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KLCA News

Ice Fishing Tips for Lake Trout

Hello, my name is Chris Pryde. I am the Fisheries Director on the board of the Kawagama Lake Cottagers Association. I have been a seasonal resident on this lake since the mid 90’s. Since that time, I have gotten to know this lake and fish species very well. I have learned many different tips, tools and techniques for optimal catch and release. In this article, I will offer much of the knowledge that I have acquired to help you better understand techniques on how to locate lake trout and the types of tackle best suited for ice fishing on this lake.


Holding patterns of Lake Trout through the ice.

During the winter months, the water temperature is typically around 43F from the surface to the bottom of the lake. Because of this, lake trout can be found at many different depths. It is not uncommon to find lake trout in shallower water in and around the 20 foot range. Some prime location that I have found include Fish Pole, the north side of Serpents rock. You can also find them holding between Denison Island and East Long Island. I have also found fishing to be productive near the rock pile located at the north-east side of Bear Island.


Types of tackle

First off, you will need an auger. A hand auger would suffice. Having a portable fish finder would also enhance your chances of locating fish. These units can typically be purchased for under $200.00. I have found that chartreuse green or white jig heads with either live bait or various plastic minnow variations work well. For plastic baits pearl white or green work best. Any 3 to 4 inch Berkeley power minnows work well. Various Williams Wobbler jigging spoons in colour combinations silver/green and silver/gold baited with a live minnow also work well.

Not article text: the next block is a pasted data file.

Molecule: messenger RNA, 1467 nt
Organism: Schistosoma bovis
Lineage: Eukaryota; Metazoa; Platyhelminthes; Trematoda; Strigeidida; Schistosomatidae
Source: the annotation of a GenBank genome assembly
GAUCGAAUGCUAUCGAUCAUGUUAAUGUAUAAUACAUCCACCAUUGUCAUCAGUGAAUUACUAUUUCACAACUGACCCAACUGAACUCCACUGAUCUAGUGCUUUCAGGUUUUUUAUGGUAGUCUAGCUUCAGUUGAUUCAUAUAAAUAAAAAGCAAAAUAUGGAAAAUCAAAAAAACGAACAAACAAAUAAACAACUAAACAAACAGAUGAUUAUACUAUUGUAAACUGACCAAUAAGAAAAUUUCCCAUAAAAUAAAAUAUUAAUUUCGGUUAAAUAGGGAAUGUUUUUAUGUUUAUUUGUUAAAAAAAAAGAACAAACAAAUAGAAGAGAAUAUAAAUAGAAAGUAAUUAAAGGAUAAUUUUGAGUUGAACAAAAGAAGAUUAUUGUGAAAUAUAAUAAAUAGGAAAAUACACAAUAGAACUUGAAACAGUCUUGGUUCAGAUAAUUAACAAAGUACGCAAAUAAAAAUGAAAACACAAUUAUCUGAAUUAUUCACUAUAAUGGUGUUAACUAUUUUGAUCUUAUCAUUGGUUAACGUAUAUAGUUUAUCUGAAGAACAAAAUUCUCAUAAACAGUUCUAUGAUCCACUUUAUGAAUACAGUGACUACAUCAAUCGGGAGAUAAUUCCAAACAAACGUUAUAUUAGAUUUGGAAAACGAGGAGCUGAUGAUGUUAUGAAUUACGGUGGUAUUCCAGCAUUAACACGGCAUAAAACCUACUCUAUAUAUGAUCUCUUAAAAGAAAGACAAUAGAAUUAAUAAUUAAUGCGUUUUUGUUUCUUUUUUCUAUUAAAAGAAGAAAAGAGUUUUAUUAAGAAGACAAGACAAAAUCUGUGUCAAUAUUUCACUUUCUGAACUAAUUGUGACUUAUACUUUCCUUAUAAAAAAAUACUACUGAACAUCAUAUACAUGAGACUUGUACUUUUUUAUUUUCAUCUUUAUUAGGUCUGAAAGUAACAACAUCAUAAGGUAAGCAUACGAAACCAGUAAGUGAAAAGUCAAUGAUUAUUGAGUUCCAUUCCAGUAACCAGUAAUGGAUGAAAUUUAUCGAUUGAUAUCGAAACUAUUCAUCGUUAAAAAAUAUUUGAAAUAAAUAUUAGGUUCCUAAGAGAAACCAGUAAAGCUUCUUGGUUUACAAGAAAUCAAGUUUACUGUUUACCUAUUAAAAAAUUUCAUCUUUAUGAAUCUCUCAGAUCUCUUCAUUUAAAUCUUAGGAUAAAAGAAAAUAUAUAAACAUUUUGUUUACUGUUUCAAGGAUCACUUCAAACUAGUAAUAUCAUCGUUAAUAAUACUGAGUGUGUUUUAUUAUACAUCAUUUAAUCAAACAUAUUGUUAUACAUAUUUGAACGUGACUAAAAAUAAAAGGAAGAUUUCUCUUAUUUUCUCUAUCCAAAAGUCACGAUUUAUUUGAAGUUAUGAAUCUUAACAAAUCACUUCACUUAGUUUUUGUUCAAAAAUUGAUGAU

The most common method when using these types of tackle is jigging. Some people use tip ups but in my experience, I have found jigging to be the most effective. The deeper the water you are fishing in, the bigger the jig head you will want to use. I tend to use between 1/8-1/4 ounce. In shallower water, I may drop down to 1/16 ounce.

One important fact I would like to point out regarding lake trouts eyes, they typically cannot see down only up. Because of this they like to ambush their prey by striking from below. This is important in how to detect a bite when jigging. When jigging always look for your line to see if it stays slack when you are expecting your line to drop down when jigging . When lifting your jigging rod make sure the tip of your rod is close to the hole. Simply raise it slowly about 2 to 4 feet up then hold it for 10 seconds then lower your rod tip back down to the hole you have drilled. It’s when you raise your rod tip to whatever height you reach is when they will take your bait and continue to swim up not down which explains your line not dropping back down when you expect it to . When you see your slack line not going down when you expect it to quickly reel up your slack line and set the hook !!

I hope you find these tips and locations helpful in catching more of these majestic fish.

Tight lines !

Chris

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